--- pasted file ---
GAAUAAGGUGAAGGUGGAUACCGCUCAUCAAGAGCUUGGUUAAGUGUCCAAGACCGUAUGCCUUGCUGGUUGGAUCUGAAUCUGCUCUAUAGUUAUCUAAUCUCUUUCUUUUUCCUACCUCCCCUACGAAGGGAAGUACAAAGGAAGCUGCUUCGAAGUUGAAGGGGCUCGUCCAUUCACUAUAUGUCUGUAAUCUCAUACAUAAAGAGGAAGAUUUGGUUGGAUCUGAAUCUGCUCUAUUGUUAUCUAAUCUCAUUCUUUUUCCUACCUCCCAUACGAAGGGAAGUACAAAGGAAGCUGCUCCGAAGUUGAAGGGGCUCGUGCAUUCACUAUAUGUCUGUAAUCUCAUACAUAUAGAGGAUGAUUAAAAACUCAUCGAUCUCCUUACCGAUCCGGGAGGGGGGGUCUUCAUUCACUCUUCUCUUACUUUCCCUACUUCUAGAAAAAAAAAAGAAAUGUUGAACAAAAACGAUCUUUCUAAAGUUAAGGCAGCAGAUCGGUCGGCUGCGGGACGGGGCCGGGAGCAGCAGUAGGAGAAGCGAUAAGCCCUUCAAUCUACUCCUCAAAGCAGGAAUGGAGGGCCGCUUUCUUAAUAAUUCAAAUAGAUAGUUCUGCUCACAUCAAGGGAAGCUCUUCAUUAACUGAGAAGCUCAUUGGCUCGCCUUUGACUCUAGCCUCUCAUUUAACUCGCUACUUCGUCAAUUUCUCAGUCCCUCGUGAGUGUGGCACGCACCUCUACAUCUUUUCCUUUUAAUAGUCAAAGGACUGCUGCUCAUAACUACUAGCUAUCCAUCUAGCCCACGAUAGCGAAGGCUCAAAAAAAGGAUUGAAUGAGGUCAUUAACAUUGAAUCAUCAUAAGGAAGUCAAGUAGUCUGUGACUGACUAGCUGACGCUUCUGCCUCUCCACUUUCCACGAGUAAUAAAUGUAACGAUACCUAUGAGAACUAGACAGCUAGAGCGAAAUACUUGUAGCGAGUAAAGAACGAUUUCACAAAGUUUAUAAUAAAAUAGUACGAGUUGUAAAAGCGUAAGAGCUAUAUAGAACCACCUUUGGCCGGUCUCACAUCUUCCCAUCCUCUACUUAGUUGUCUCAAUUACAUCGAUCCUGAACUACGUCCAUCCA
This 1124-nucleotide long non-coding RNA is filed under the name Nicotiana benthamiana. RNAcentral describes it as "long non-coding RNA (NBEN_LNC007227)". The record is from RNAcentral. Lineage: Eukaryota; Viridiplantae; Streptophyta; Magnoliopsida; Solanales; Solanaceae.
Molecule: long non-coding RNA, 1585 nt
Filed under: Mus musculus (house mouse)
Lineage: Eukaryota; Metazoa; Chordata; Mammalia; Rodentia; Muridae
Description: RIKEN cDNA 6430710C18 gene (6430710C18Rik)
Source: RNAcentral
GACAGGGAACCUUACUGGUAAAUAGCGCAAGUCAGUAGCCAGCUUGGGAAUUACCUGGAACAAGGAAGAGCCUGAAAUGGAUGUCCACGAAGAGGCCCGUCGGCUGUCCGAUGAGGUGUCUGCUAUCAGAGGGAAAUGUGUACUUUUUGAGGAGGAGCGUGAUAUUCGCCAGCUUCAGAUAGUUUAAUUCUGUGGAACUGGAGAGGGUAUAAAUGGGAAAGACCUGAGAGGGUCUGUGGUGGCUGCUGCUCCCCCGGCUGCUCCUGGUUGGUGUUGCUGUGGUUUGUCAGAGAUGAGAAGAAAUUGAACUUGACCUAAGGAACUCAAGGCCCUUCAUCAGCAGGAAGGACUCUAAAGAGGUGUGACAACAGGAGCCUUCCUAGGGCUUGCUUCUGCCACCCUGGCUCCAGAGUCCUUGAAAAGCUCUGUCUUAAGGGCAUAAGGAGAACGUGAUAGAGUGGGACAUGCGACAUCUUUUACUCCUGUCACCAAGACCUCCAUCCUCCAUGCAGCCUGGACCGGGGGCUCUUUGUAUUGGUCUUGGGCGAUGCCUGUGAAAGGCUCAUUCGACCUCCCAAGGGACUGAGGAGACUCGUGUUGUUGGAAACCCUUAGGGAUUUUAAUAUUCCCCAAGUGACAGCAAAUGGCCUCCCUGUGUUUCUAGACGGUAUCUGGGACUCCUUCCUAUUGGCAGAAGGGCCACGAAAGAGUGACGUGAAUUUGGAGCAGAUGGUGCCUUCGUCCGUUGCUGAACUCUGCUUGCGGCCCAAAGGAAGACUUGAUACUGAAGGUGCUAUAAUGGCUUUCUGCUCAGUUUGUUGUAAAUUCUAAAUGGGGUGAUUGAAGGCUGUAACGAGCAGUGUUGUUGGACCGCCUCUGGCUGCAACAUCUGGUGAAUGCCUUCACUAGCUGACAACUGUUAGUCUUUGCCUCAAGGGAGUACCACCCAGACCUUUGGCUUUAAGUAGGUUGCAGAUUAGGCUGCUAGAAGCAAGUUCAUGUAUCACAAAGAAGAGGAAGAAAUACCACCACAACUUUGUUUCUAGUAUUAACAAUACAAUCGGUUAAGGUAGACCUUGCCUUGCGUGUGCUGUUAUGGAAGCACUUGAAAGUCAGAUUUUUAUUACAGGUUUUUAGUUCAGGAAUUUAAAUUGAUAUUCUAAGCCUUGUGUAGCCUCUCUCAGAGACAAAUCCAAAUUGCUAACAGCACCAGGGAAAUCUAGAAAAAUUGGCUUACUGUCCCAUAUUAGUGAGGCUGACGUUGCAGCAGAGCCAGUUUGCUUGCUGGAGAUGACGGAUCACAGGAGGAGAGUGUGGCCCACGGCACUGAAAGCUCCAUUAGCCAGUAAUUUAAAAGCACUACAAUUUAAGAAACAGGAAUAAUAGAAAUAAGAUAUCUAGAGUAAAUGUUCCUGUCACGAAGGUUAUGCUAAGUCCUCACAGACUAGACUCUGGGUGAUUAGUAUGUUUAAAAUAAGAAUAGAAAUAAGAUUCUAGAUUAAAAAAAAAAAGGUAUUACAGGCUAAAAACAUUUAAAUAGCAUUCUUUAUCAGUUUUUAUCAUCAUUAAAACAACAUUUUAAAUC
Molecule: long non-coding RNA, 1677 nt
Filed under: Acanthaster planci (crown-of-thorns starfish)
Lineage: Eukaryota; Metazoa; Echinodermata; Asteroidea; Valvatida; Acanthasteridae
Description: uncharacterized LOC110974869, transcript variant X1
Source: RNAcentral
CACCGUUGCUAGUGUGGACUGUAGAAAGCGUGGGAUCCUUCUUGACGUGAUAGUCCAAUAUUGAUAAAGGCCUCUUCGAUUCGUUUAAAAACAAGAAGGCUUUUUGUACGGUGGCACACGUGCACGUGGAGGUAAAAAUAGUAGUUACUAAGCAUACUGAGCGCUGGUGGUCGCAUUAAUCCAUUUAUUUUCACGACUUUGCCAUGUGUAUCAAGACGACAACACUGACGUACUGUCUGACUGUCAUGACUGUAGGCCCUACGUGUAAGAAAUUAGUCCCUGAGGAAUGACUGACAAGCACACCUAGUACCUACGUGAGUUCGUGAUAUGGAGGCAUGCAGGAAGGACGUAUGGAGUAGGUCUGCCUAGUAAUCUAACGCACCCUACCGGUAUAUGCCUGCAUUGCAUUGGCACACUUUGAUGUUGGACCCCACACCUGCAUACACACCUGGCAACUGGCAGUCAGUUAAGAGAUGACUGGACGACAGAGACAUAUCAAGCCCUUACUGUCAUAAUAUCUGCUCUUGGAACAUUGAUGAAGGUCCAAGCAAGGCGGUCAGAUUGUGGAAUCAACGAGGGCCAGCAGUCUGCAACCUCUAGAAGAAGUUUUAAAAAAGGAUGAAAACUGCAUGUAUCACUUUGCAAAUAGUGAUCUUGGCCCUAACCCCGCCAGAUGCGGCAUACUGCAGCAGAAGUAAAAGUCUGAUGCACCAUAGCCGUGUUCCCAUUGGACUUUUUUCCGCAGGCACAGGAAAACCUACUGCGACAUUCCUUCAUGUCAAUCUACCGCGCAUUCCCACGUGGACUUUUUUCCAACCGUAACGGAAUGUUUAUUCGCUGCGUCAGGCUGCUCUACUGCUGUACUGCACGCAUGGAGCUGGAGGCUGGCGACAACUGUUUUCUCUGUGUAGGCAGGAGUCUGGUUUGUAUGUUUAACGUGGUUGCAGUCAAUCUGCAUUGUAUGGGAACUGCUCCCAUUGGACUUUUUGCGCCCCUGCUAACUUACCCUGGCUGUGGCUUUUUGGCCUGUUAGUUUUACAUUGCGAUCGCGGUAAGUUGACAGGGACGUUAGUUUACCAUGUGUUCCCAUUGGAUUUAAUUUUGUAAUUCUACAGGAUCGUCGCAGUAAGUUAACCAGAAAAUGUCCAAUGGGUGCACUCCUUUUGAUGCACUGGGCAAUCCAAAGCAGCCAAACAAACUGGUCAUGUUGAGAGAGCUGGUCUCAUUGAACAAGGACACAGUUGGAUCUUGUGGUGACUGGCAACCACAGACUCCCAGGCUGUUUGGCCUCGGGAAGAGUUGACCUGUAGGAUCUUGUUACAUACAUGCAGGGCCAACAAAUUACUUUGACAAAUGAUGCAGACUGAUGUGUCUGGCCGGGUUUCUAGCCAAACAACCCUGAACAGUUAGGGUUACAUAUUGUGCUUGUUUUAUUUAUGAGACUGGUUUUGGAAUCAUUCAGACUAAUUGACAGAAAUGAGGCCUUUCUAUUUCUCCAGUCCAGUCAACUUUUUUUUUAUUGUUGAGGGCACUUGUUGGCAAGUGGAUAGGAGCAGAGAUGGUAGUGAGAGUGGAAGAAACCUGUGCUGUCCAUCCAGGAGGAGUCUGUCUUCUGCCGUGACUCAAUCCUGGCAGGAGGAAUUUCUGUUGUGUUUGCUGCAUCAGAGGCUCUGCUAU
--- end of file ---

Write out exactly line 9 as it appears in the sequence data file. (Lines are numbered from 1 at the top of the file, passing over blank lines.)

Molecule: long non-coding RNA, 1677 nt